Mayfly, don’t bother us – don’t go away, either

Havana, Ill. —  Funny thing how those studying nature and wildlife before us were able to nail observations that we’d re-confirm over and over through the generations.

Take the peskiness of the mayfly, for example.

Those living in or passing through Havana in west-central Illinois in late June were seen marveling – and cursing – at a thick cloud of mayflies that swarmed a bridge across the Illinois River. While drivers shook their fists, entomologists shook their fingers, defending the mayfly, pointing out its value in the state.

This notion of mixed feelings wasn’t anything new.

Going all the way back to a 1953 report for the Illinois Natural History Survey titled The Mayflies, or Ephemeroptera, of Illinois,  you will find B.D. Burks writing, “In awe find that mayflies are important not alone to harass highway maintenance men and press photographers. They are much more so to those entrusted with the well-being of our fish populations, those interested in the public health and other values in inland waters, and those interested in the peculiarities of nature.”

Flash forward some 63 years later: On June 27, the Havana Police Department posted on its Facebook page, “Please use caution when driving across the bridge today. Last night there was an invasion of mayflies that has caused the bridge to be very dangerous. At one point they had piled 6 inches high and when ran over, became very slick. There were already motorcycle accidents due to this and cars stuck in the center of the bridge. Again, use caution.”

According to reports from The Associated Press, the mayfly invasion is not unusual to Illinois towns that sit along rivers like the Mississippi River or the Illinois River, which runs through Havana. Last year, a swarm of mayflies hit the bridge over the Mississippi that stands between Savanna and Sabula, Iowa. Transportation crews used snowplows to remove the insects in that case.

The Havana Street Department and the Illinois Department of Transportation worked together to remove mayflies in the more recent “attack.”

“Birds, for instance, are nesting, and they’ve got young at that time, so mayflies are a huge input of food for them at a critical time in the development of their young,” Nick Di Cresce, a naturalist  based in Michigan, told Entomology Today. “We have frogs, toads, and other amphibians that eat them, fish eat them, so mayflies are what’s on the menu.”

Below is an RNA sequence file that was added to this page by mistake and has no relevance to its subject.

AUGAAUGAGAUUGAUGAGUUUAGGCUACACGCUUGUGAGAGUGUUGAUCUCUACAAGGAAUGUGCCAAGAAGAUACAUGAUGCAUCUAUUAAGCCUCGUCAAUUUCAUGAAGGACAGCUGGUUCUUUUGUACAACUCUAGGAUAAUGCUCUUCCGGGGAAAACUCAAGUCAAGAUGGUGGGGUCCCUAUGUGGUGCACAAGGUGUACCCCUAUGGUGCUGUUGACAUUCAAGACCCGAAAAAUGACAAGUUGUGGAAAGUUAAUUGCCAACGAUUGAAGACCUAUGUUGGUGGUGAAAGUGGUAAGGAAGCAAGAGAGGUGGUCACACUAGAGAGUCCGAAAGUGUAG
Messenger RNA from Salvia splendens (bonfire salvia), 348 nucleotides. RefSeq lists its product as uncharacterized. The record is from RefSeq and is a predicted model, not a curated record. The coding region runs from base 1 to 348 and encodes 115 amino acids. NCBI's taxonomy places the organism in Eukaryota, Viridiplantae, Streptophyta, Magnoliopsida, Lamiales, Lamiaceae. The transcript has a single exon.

Scientists and entomologists note that mayflies hatch all summer long. The hatch provides a feast for lucky fish populations. It also benefits anglers keen enough to take advantage.

“As a part of the biological complex of our waters, for all mayflies are aquatic in their developmental stages, these insects find their most important place in human economy and interest,” Burks explained in his INHS report, which has been updated over the decades. “They are an important link in converting microscopic food organisms and vegetable detritus into units. They are large enough and of proper character to be of value to our predatory fishes. This fact has been employed by fly tiers in the design of certain artificial lures intended to be attractive to certain fishes.”

Interestingly, the morphology of mayflies is said to be similar to the morphology of insects that disappeared millions of years ago.

To those in Havana who dealt with the recent swarm and subsequent cleanup – crews hauled away three dump truck loads of mayflies – fly fishing wasn’t exactly one their minds.

“I have lived here my entire life and on the job for 31 years and I have never seen anything like that,”  Police Chief Kevin Noble said.

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